About the David Glass House
The Glass House accommodated a household of up to seven children and, until his death in 1876, Eliza Glass' elderly father. At the time of the 1880 Census, two local schoolteachers were boarding with the Glass family. By today's standards, the house is not large - 1,892 square feet including hallways and stairs. With the exception of the 19' x 14.5' kitchen, the largest of the nine rooms in the Glass House, none of the other rooms are more than 13' wide.
Although David Glass built a home that marked him as a man of means, most of his capital was invested in his land, livestock, and farming equipment - in truth he may have had very little cash on hand. If the following story is correct, it may reflect an effort at practical economy by Mr. Glass during construction of his home.
As a small boy in the 1930's, Clem Ellisondo recalls being told by longtime Glass caretaker, John Amarant, that the kitchen wing was the oldest part of the Glass House. Mr. Ellisondo states that, following a fire; the remaining portion of the original small Glass family residence was moved and incorporated into the new house construction to provide a kitchen wing. The recent FHF construction in the kitchen of the Glass House revealed scorch marks on some of the original framing timbers, lending credence to this scenario, however no documentation of the fire has yet surfaced. Although the Glass House underwent modifications over the last century, the balanced, characteristically Victorian, floor plan of the house remains essentially intact.
- Floors: Area rugs were used throughout the home over the wooden floors. No examples of rugs have been located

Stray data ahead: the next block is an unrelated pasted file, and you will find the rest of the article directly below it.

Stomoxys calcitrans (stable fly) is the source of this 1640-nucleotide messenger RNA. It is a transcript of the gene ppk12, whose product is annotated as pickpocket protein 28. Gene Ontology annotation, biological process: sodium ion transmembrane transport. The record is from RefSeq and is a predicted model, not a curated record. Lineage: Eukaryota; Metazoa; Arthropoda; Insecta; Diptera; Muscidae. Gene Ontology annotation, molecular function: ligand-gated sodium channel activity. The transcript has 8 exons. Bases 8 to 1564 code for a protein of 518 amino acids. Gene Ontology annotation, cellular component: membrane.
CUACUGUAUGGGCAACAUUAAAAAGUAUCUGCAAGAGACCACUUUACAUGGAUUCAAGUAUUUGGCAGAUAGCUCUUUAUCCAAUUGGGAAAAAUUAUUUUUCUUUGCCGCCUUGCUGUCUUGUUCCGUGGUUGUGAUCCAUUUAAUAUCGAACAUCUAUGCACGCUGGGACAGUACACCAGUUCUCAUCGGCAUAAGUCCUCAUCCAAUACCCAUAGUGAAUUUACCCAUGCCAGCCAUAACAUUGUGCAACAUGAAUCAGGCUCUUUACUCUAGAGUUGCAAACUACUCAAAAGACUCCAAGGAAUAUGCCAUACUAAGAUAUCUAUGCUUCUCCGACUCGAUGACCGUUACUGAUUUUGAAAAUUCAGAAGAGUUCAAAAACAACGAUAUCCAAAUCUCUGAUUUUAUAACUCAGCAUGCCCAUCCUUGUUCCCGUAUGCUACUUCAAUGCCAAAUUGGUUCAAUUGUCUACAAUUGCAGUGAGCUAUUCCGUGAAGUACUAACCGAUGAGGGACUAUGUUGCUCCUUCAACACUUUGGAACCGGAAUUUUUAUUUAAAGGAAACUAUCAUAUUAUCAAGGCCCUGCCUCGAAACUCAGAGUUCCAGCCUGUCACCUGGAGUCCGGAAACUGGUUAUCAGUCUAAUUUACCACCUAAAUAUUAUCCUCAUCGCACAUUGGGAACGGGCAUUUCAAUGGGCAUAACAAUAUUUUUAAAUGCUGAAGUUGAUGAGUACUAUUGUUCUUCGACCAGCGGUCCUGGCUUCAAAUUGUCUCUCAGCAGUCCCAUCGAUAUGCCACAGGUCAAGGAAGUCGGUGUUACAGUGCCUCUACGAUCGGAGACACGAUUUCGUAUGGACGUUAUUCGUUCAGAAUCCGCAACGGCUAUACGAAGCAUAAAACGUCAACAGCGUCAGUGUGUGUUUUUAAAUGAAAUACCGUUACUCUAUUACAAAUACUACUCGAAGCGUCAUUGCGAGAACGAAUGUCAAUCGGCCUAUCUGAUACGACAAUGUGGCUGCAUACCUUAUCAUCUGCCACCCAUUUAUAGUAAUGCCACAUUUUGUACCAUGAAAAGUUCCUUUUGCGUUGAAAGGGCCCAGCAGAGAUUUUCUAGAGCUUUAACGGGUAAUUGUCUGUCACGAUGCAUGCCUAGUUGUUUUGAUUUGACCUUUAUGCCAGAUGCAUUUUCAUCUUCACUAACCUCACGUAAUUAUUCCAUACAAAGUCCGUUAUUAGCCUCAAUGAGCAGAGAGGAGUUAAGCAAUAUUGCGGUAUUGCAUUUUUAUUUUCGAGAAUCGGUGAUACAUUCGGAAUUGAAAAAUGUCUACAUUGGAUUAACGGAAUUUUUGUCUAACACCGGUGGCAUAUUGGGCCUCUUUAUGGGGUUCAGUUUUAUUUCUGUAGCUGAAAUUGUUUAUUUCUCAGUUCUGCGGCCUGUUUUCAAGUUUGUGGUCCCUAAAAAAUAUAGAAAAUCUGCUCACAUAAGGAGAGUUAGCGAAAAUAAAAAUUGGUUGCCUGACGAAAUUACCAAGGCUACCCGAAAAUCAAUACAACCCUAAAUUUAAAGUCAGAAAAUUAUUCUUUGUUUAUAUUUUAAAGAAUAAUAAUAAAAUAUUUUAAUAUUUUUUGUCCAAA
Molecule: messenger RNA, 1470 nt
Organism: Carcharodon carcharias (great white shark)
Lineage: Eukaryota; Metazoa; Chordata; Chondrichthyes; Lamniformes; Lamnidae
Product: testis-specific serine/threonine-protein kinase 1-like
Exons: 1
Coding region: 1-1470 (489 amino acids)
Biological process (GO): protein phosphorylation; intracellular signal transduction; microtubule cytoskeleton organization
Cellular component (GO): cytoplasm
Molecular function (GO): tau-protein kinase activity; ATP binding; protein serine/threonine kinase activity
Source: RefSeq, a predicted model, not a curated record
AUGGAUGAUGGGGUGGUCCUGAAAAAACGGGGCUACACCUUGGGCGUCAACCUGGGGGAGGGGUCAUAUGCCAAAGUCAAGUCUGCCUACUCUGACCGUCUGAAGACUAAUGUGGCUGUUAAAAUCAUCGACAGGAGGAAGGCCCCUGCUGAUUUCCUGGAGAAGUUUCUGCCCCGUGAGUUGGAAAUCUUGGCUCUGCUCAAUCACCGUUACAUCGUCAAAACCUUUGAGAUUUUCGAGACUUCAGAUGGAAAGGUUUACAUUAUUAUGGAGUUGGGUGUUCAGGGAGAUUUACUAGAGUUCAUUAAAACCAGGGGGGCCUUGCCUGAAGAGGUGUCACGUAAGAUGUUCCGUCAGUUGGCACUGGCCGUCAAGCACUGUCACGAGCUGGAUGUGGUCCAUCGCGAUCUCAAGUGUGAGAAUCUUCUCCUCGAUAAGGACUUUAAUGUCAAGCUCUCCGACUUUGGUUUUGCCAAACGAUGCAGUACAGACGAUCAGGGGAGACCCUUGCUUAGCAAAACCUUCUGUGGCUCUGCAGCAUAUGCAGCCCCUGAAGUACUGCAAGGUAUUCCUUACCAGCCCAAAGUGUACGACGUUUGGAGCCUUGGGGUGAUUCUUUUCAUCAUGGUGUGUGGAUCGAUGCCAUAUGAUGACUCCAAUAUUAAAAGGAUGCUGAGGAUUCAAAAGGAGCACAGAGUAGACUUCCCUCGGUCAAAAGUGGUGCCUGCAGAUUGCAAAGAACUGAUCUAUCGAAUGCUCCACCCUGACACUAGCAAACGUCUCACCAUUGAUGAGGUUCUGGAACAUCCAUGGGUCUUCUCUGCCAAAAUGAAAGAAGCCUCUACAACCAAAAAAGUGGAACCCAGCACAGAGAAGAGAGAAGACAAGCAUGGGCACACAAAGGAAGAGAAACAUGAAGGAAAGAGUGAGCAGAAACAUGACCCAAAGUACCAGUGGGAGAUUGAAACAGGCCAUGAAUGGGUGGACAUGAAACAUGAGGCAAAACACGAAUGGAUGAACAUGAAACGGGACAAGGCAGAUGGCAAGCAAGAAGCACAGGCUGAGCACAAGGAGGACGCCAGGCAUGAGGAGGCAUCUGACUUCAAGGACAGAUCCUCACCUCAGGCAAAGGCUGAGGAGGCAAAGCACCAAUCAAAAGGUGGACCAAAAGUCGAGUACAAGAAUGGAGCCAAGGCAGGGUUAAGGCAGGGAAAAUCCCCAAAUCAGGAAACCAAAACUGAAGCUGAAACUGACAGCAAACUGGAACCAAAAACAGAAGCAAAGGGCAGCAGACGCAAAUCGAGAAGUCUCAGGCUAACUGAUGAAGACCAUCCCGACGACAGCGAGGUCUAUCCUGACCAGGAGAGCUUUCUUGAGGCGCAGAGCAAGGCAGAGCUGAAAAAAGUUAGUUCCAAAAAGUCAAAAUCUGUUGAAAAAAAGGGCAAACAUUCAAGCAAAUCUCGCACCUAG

- Walls : With the exception of the kitchen, which was painted, most sources have indicated that the house was wallpapered throughout in small patterns. It is likely that any wall treatments viewed in the 1920's and 30's, date from the Glass family's 1908 redecorating and were not original to the home.
- Window Treatments : Pre-1908, louvered shutters. After 1908, louvered shutters and/or lace curtains. Some of the louvered shutters remained with the house and are in the FHF Collection.
- Lighting : Since the Glass House was located in a rural area, the use of kerosene lamps would have continued until the advent of reliable electric power sometime after 1910.
Here is the current floorplan of the house how it is today. Please note that this will be updated later to include furniture.
The restoration project not only consists of complete restoration of both the interior and exterior of the house, but also includes outside landscaping (fence, garden, etc.) and furniture. Because of its scope, the San Ramon Valley Rotary is looking for individuals who wish to get involved with the community and; help the project with either volunteer hours or donations.
Windows Media Player Version (Windows)
|Watch this 15 minute video with details of the Glass House and the Glass family. >>Download Transcript|
Quicktime (Mac) version.
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